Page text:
Fundamental to ensuring food security is assessing the status of exploited species to support management decisions. Documenting the impacts of historical environmental variability on exploited species allows us to predict their response to future climate change with respect to growth and distribution. Our use of mid-water and seabed video systems to document the abundance and size structure of exploited species allows us to determine their status. Aiming at increasing aquaculture production in Australia, we are researching how to adopt ecosystem approaches to aquaculture development and to make use of marine spatial planning tools to account for the multiple uses taking place in our marine environments. The subsequent development of sustainable aquaculture areas will not only assist delivery of food security but also increase employment opportunities.

Conservation of marine habitats

Conservation of marine habitats

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Understanding our dynamic coasts

Understanding our dynamic coasts

The coastal zone is vital to Australia’s livelihood, with nearly 90% of Australians living within 50 km of our extensive (>35,000 km) coastline. Our coasts are under increasing pressures from continued coastal population growth coupled with the threat of rising sea levels that places an estimated $50 billion worth of coastal infrastructure at risk within Australia alone. The dynamics of the coastal zone also play a fundamental role in shaping our coastal ecosystems and nearshore water quality, by controlling the exchange of heat, nutrients, larvae, contaminants, and other material with the deeper ocean. An improved understanding of coastal dynamics is required to improve management of the coastal zone as well as develop strategies for adapting to coastal changes, which is critical not only to our economy but also our way of life.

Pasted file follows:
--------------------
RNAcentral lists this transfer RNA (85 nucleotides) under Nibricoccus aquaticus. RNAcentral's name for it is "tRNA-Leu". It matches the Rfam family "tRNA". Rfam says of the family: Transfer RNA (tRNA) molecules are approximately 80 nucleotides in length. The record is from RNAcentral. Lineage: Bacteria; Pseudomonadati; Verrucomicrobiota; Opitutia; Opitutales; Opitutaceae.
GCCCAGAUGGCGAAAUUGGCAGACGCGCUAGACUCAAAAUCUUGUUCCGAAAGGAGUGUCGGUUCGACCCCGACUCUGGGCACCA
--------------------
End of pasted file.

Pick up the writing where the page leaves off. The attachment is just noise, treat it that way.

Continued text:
Research Expertise

Oceans Institute scientists conduct research into the fundamental physical, chemical, and biological processes occurring within the coastal zone. This ranges from increasing our understanding of how beaches respond to storms and sea level rise, the impacts of ocean acidification on coral reefs, improving coastal water quality and biodiversity, to extracting Australia’s abundant wave energy to produce clean energy. This research expertise includes capabilities such as advanced numerical modelling as well as laboratory and field experimentation using state of the art instrumentation found nowhere else.

Problems we solve

The multidisciplinary research expertise within the Oceans Institute facilitates innovative approaches to answer both basic and applied science questions. Problems directly addressed by our coastal zone researchers include assessing the dynamics of coastal hazards, mitigation of long term beach erosion, understanding the causes of coral bleaching in Western Australia’s iconic coral reefs, improving models of coastal damage from extreme events such as tropical cyclones, restoration of critical coastal marine habitats, and enhancing the effectiveness of Marine Protected Areas.

Impacts of climate variability

Impacts of climate variability

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Ecosystem health and biosecurity

Ecosystem health and biosecurity